My year in nature is coming to a close, and I can sense much of nature is shutting down ahead of the presence of winter’s Jack Frost and Co. Although the precious daylight hours will be at their shortest, there are still some favourite spectacles to be witnessed. Blessed to have local Wetlands, I can enjoy flights of geese filling the evening skies in the fading light — a magical experience facing West as they skim across the crimson sky of a setting sun.
Epping Forest is littered with open water where I love to see Coots bobbing and diving. I grew up near a pond, so these cousins of the Moorhen take me back to dusk explorations from a garden den. Coots have a distinctive white bill and face giving rise to the saying ‘bald as a coot’.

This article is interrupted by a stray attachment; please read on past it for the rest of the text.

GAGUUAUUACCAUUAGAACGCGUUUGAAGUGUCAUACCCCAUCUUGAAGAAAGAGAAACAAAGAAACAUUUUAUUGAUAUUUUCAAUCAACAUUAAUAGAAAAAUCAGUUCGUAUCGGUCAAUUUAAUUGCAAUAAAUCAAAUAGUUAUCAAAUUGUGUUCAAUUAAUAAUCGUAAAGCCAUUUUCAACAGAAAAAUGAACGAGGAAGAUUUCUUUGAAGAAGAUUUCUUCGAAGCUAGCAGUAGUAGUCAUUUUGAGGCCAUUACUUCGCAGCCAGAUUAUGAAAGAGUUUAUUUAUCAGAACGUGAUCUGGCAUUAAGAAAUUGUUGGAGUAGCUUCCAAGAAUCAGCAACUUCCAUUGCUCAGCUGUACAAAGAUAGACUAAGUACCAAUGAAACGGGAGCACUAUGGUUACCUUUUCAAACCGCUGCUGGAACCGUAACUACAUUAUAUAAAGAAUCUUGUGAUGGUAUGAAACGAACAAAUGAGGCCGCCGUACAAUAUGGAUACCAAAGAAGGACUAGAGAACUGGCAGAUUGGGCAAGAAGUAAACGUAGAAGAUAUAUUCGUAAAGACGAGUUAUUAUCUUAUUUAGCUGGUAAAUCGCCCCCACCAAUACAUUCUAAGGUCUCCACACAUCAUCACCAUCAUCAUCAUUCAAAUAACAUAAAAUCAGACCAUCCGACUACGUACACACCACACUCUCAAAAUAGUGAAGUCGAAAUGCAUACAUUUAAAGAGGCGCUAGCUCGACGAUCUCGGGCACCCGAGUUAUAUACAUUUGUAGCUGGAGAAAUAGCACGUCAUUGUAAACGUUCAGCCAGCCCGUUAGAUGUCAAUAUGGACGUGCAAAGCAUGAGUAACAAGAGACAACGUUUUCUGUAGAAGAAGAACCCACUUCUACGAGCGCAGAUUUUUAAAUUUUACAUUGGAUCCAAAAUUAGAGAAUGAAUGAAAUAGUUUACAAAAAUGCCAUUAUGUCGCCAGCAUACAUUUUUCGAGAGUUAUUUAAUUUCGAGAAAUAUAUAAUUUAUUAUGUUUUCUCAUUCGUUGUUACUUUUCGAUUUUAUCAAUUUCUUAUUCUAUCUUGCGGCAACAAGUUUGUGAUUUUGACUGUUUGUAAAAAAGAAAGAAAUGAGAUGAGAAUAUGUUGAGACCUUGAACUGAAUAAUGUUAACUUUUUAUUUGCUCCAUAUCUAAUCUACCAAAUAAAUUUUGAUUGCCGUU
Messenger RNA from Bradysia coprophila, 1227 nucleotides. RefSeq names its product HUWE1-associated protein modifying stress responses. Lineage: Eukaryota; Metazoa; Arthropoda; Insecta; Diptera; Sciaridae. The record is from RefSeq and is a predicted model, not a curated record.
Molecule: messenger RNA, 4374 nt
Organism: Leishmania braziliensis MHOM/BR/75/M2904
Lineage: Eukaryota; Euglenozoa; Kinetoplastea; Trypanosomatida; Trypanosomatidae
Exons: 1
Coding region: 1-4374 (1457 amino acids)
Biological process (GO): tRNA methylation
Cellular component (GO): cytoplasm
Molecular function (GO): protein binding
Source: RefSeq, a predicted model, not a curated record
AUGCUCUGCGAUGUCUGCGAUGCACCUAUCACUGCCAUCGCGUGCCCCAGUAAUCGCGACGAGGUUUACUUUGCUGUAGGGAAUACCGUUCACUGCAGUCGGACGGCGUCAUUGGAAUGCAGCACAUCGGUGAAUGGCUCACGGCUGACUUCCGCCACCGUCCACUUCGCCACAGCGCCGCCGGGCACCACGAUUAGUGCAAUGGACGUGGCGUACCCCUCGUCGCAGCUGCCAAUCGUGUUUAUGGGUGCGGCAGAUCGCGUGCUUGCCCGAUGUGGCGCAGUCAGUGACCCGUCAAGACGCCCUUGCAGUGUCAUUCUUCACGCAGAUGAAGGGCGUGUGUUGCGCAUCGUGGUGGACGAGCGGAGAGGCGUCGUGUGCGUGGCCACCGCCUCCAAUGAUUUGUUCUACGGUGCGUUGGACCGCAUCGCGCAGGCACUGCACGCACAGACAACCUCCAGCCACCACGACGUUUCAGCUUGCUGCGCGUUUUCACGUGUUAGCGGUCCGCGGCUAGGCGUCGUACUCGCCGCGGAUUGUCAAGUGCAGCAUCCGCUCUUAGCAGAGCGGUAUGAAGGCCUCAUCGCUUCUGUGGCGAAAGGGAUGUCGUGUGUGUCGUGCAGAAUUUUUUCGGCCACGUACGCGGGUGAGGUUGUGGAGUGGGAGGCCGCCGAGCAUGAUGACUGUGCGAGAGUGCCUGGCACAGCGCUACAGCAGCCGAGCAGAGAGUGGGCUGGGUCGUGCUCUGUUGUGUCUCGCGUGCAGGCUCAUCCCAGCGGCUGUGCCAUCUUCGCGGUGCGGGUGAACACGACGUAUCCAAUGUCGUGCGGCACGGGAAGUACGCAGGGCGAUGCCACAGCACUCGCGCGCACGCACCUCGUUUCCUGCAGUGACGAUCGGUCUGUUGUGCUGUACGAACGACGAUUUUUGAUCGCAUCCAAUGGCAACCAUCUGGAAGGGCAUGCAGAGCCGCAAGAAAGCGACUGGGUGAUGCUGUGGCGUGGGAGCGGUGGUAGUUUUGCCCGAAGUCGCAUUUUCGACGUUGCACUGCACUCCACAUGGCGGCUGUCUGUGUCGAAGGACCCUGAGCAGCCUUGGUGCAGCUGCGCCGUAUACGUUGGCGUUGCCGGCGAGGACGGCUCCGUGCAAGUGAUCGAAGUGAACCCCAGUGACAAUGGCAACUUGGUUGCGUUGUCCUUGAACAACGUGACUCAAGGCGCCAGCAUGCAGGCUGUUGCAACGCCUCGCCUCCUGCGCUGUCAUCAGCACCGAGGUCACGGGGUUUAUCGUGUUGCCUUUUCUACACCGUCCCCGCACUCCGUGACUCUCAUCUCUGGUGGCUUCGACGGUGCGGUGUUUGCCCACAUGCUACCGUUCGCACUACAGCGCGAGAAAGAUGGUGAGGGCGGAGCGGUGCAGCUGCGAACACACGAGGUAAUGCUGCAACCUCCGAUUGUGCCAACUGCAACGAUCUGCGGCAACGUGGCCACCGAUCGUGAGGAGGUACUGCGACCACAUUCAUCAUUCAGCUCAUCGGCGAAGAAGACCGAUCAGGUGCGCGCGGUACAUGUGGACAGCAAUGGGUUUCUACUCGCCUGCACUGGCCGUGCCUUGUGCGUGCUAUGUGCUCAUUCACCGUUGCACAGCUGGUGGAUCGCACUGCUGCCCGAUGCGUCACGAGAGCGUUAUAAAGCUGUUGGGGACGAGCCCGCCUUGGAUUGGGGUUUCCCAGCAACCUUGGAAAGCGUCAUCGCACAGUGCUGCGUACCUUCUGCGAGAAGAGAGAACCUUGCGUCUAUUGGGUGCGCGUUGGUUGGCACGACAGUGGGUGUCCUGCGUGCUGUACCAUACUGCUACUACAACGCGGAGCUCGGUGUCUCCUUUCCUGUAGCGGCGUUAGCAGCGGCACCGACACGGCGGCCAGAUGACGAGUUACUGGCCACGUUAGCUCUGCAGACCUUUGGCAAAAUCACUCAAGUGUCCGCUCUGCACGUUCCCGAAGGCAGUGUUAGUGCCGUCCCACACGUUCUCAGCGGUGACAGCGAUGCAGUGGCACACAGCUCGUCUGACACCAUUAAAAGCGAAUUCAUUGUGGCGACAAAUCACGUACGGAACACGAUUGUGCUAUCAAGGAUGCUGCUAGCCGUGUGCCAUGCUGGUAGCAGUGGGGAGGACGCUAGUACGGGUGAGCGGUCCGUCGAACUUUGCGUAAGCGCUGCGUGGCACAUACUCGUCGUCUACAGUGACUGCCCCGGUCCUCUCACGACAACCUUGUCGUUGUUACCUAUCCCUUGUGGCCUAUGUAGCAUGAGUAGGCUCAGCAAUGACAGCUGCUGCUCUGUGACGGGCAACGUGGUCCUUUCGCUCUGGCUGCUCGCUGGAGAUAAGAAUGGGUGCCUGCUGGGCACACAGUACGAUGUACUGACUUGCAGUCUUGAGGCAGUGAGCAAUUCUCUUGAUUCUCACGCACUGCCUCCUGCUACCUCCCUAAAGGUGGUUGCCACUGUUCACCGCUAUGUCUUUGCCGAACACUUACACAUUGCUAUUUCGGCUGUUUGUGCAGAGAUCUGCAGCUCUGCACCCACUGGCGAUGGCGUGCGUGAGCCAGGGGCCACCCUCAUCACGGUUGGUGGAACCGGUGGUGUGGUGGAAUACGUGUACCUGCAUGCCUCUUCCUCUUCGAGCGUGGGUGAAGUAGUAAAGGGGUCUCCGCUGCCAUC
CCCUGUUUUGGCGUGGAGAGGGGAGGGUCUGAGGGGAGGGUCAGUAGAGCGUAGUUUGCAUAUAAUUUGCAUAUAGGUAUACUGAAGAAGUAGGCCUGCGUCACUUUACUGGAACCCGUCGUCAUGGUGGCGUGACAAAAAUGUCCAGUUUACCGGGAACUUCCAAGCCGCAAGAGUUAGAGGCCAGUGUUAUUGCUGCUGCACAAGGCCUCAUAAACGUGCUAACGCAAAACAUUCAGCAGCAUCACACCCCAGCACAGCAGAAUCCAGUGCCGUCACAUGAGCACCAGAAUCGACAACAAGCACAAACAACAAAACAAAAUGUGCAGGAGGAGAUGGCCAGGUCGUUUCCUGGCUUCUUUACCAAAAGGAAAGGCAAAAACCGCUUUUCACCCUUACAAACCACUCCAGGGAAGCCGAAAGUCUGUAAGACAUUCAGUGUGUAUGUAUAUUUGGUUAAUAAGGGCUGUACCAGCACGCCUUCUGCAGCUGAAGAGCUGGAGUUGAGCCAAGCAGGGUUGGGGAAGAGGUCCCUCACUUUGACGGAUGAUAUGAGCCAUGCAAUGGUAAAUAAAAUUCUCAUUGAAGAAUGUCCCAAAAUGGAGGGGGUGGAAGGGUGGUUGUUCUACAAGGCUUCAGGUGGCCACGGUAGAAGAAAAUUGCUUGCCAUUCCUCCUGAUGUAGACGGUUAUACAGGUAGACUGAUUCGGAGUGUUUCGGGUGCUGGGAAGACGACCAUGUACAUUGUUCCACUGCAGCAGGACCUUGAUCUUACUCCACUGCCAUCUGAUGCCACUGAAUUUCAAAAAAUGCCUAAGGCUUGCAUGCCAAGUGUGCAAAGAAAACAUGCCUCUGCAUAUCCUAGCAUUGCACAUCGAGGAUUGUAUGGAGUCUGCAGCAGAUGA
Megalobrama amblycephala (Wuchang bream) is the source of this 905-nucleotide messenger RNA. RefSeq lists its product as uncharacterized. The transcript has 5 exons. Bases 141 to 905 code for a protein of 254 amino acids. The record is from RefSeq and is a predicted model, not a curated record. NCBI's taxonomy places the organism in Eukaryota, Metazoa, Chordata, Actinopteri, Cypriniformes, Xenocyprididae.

Passing through the forest as the last of the leaves have fallen, I occasionally spy a ball of mistletoe stranded in the treetops. For ancient Druids this plant symbolised vitality. I wonder how their greeny-mustard coloured sphere of leathery leaves and translucent berries grew way up there, with no tethers to the ground. Perhaps I’ll ask the Blackcaps.
When you next venture outside, tip-up a plant pot or roll over a log and you will briefly reveal a seething mass of grey-blue woodlice before they trundle away from the sunlight into the nearest crevice. Woodlice are relatives of the shrimp but rather too bitter for birds.
Rather than shutting down ourselves, pile on the layers, shove on some boots, and step outside to allow nature to carry your spirits through the winter ahead.